Can you comment on the potential delisting of Chinese ADRs listed in the US, and the homecoming of Chinese tech companies?

Recently, a group of U.S. regulators said stock exchanges should set new rules that may trigger the delisting of Chinese companies, adding to concern that investors are being exposed to fraud. Similar criticism has been floating in the market for a few months.   That explained why some US-listed Chinese ADRs have already begun to arrange secondary listing either in Shanghai or Hong Kong.  Indeed, a few of them such as Meituan and were successful to get listed in Hong Kong earlier this year.  More Chinese firms are expected to come back for listing in this region, which is positive news for investors located in Asia as they can do the trading in the same time zone going forward.  China A and Hong Kong markets will have increasingly more leading quality tech names to get listed and, which we believe these are opportunities that global investors do not want to miss! In a short-term, China A-share new economy would be the optimal exposure as these firms are immune from the delisting uncertainly in the onshore market whilst benefitting from the structural change of the economic model, which is emphasized by President Xi in the dual-circulation direction.


Between A shares, H shares and US ADRs – what would you prefer as allocation for China?

China A-shares would look more interesting because (1) it offers a lot of unique exposure such as advanced manufacturing, artificial intelligence, smart home appliance, robotics & automation that are not available in H-shares and US ADRs; (2) it is immune from the delisting risks of US ADRs; (3) there are increasing volatility and uncertainty in Hong Kong listed H shares as a result of the mounting tension between China and US; (4) it is not subject to the redemption risk of any global risk-off when investors sell emerging market funds or offshore China funds since A-shares is dominated by domestic flows; (5) policy supports a healthy bull market onshore; (6) it is relatively under-research and under-owned by international investors; and (7) it is likely to see further inclusion of A-shares into global indices in medium-term.


Should I invest in Premia CSI Caixin China Bedrock Economy ETF (2803.HK) or Premia CSI Caixin China New Economy ETF (3173.HK) now if I am positive on the outlook of China A-share market?

Both Premia China ETFs would be the appropriate investment vehicles for China A-share market.  2803 is aiming to capture the broad market exposure through a multi-factor approach with value, size, quality and low-volatility, while 3173 is leaning towards the new economy segments with a tilt to the exposure with light asset business models, stronger financials and growth prospects.  Given the current market condition with the backdrop of US-China tension and the impact of COVID, 3173 may catch more attention from the market as it will benefit from the government policies emphasizing the domestic market, home-grown technology, robotics and automation, and biotech, etc (Chart 7).  This secular trend is no different from the international markets where most investors are actively hunting for exposure that offers growth in the challenging environment.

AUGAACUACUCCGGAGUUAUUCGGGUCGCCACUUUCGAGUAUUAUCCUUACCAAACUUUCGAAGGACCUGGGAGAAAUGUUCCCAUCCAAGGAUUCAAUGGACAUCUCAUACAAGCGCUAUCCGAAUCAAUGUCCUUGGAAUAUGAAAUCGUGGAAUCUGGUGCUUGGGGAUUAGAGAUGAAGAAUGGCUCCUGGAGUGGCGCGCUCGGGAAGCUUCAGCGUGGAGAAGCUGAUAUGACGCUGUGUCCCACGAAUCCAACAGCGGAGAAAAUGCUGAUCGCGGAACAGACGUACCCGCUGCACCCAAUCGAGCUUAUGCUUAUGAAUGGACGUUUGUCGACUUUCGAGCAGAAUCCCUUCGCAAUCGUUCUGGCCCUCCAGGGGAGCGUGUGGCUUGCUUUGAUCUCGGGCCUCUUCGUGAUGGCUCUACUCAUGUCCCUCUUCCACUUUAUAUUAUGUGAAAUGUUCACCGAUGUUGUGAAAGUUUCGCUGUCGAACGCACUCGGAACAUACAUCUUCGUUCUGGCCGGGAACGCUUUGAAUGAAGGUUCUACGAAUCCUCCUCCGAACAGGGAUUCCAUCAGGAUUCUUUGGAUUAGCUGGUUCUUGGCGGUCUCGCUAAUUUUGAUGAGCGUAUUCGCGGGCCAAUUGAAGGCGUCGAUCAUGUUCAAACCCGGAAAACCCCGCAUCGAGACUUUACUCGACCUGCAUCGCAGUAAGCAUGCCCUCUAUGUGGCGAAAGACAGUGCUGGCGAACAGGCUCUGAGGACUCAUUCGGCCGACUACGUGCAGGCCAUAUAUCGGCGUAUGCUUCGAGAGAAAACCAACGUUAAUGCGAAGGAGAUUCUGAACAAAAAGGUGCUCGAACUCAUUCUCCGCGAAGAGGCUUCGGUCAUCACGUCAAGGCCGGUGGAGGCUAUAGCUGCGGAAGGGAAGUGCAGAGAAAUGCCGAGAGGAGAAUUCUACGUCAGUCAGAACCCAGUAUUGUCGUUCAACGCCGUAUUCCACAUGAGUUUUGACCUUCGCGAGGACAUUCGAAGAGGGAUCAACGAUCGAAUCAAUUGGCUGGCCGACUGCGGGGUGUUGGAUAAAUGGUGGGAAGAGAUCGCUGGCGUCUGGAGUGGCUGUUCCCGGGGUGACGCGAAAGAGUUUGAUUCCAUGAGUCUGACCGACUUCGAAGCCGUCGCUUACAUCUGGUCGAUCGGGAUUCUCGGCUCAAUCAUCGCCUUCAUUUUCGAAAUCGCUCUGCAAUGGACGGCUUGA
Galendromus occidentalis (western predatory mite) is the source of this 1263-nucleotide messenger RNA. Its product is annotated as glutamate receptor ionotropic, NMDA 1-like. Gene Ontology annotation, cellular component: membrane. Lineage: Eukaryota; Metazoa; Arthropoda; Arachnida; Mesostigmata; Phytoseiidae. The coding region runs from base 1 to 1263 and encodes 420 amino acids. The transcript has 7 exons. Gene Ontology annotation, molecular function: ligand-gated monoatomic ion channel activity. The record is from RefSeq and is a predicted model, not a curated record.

[3173.HK] How could you identify growth potential if using historical information?

The CSI Caixin Rayliant New Economic Engine Index starts with a screening of “new economy industries” which are defined under CSRC Industry Standards in correspondence to the “China New Economy” concept first raised by Premier Li Keqiang in Feb 2016.  This leads to the creation of sister economic index for Caixin Manufacturing PMI, the Mastercard Caixin BBD New Economy Index and later the investable version in partnership with Caixin (a leading financial media company in China) and our Senior Advisor Dr. Jason Hsu and his team at Rayliant.

This investable index that our ETF tracks is an all-cap strategy that intends to capture the new economy beneficiaries listed on China A shares.  On top of the new economy universe, the index methodology then applied fundamental factors based on RAFI co-founder Dr. Jason Hsu’s research across to further screen with “light asset” and “financial health” criteria.  With the fundamental screening, we reach a basket of quality growth new economy exposure – a sound set of new economy sector leaders that also have robust fundamental to keep up with the growth and structural changes of Chinese economy.

The reason why we use historical information instead of more dynamic unstructured data was because for prudence we have more confidence in the audited financials than unaudited company reports which could be subject to manipulation, or simply big data yet to establish robust causality with return and might be temporary noise instead. From growth and liquidity factor perspectives, we also can get forward-looking signals from pricing information and R&D expenses, which are covered in the final screens for growth and liquidity. That said, big data is used in monitoring and identifying new economy sectors, and might be augmented to historical data in index calibration at some point when we have more robust justification and alternative data set available.


[3173.HK] What does it mean by weighted by potential growth?